I resigned myself to the inevitable. The day before the procedure I was to have only clear liquids, and no solid food.
Around noon my wife called.
“What do you want to do for dinner tonight?”
“I’m on this liquid diet, remember?”
“Oh that’s right. Maybe you can have some of that leftover tomato soup.”
I could vaguely recall that we had tomato soup…last April.
“I don’t think so. That’s probably very spoiled.”
“Well if it’s going to go right through you anyway. I hate to see it go to waste,” she said as though I was about to become her human garbage disposal.
“I don’t think so. Only clear liquids are allowed.”
She got excited. “That’s easy enough! I’ll pick up a couple of bottles of Chardonnay on my way home.”
My prep kit had 2 six ounce doses of liquid magnesium sulfate to aid in the “cleansing process.” It tasted like rotten Robitussin. (Note to scientists: If you want to advance humanity, stop looking for the Higgs boson or trying to clone dinosaurs and work on making this even mildly palatable)
I choked down the first bottle and waited. My TCU Horned Frogs were playing Texas Tech on ESPN so I took up residence in a chair equidistance from the TV and the bathroom.
“Has anyone seen the friggin’ remote?”
“You’re probably sitting on it” came the unhelpful reply from the other room. So I recalled the days of my youth and handled the problem manually…and waited.
For the first thirty minutes, nothing. Then began a series of tremors that sent all of the pets in the neighborhood fleeing for higher ground. A few minutes later I was auditioning for the role of a booster rocket on the next space shuttle.
The TCU game was going so poorly, my trips to the bathroom actually became a welcome diversion.
The next morning I woke my wife at 5:45 a.m.
“Time to get up. I have to be at the clinic at 6:15.”
My wife, sleepily: “Is there anyone in the neighborhood you could carpool with?”
But just a short while later she was dropping me at the front entrance.
“You might ask the doctor to look around for the remote while he’s down there,” she winked.
Shortly after arrival I was greeted by a sweet natured black woman who would be my nurse.
“Good morning. My name is Ms. Traylon. Looks like Dr. Morton is gonna take a peek at your colon this morning.”
A peek? I shouldn’t even have to remove my pants for that. But she instructed me to disrobe and lay back anyway. In no time at all I was under the dreamy influence of propofyl. The next thing I knew my nurse was tearing off the electrodes and taking out my IV.
“How’d I do?”
“You did great! Here are your pictures. That’s a pretty nice lookin’ colon you got there.”
I felt like such a piece of meat.
A juicy hamburger to be exact. I think my colon deserves it.
I don’t just see the future, I live there. It’s where I spend a good part of my day. My imagination is a personal time machine and my thoughts provide an endless supply of fuel.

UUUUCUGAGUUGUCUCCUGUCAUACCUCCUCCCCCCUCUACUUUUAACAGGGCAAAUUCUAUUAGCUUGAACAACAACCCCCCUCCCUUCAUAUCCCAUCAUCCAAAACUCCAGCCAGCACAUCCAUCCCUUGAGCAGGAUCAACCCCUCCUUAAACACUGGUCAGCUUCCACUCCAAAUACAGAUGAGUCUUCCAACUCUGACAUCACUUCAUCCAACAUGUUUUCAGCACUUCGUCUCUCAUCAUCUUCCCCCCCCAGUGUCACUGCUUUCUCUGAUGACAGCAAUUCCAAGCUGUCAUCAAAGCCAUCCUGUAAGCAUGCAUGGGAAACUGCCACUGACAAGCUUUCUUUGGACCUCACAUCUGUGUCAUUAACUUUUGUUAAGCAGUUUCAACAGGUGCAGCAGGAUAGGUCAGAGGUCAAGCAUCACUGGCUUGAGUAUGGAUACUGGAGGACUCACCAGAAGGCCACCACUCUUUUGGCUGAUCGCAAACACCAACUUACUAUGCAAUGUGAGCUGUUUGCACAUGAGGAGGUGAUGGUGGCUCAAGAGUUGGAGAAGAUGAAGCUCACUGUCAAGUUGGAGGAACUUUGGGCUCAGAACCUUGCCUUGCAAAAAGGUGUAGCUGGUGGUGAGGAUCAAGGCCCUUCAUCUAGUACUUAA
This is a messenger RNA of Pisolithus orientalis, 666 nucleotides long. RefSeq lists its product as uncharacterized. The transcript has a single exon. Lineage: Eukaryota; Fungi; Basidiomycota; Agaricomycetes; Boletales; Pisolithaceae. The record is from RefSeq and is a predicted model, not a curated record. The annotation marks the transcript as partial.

Yesterday I envisioned my long, slow descent into the malady du jour (this time it was Parkinson’s). In the past week alone I sent an arch nemesis to jail; helped a famous country singer write a hit song; and landed a filthy rich, litigation happy client.
These aren’t just nighttime dreams after a spicy meal. These are fully conscious, crazily crafted, broad daylight scenarios. This is my fabricated future unfolding in present time, every day. Some future days are good; some bad.
They used to be mostly bad. If my child had a cold I’d race ahead to a bedside vigil in the ICU. If I missed a deadline at work, I’d fast forward through my bar card revocation hearing, make a brief skip through financial ruin and take my perp walk, handcuffs and all.
It was my warped defense mechanism, as though every considered possibility prepared me for the worst and anything that fell short of utter disaster was something to be celebrated. As Mark Twain once said: “I have been through many terrible things in my life, some of which actually happened.”
It’s not the healthiest way to view the world. I don’t recommend it.
These days my present future is decidedly more hopeful but still unrelenting. It’s an endless series of “what ifs,” without any basis. The only common theme is that they aren’t real, and likely never will be.
When I’m not gratuitously misappropriating the future, I like to peer into my Retrospectroscope. Its another incredible machine. It can conjure up images from my past quicker than a Google search. It even has various filters to examine these memories. The filters can add an extra degree of regret to a failed business opportunity or mirth to a wedding reception. They color my past self as better (or worse) looking, more athletic, more callous, more compassionate, funnier, clumsier, poorer, richer, smarter or denser all depending on my current disposition.
So here I vacillate between two imaginary worlds-reconstructing the past and deconstructing the future.
And my present? If I can work through the opposite poles it’s pretty damned ideal. Truth be told, it always has been. And so is yours, I’d venture to bet. No, I’m not helping Robert Earl Keen write the definitive Texas ballad like I thought I would. Nor am I celebrating my book on the New York Times best seller list. But when I stop to really consider the here and now, I don’t yearn for the assurance of a happy future or daydream about things that will never come to pass. I don’t need to pursue the fleeting phantom known as the future.
And you know the greatest thing about it? The uncertainty. Looking forward to things that will happen which I could never foresee. Knowing that people I have yet to meet will enrich my life in ways I never anticipated. Understanding the paradox that the less I try to control, the more I will have the opportunity to embrace.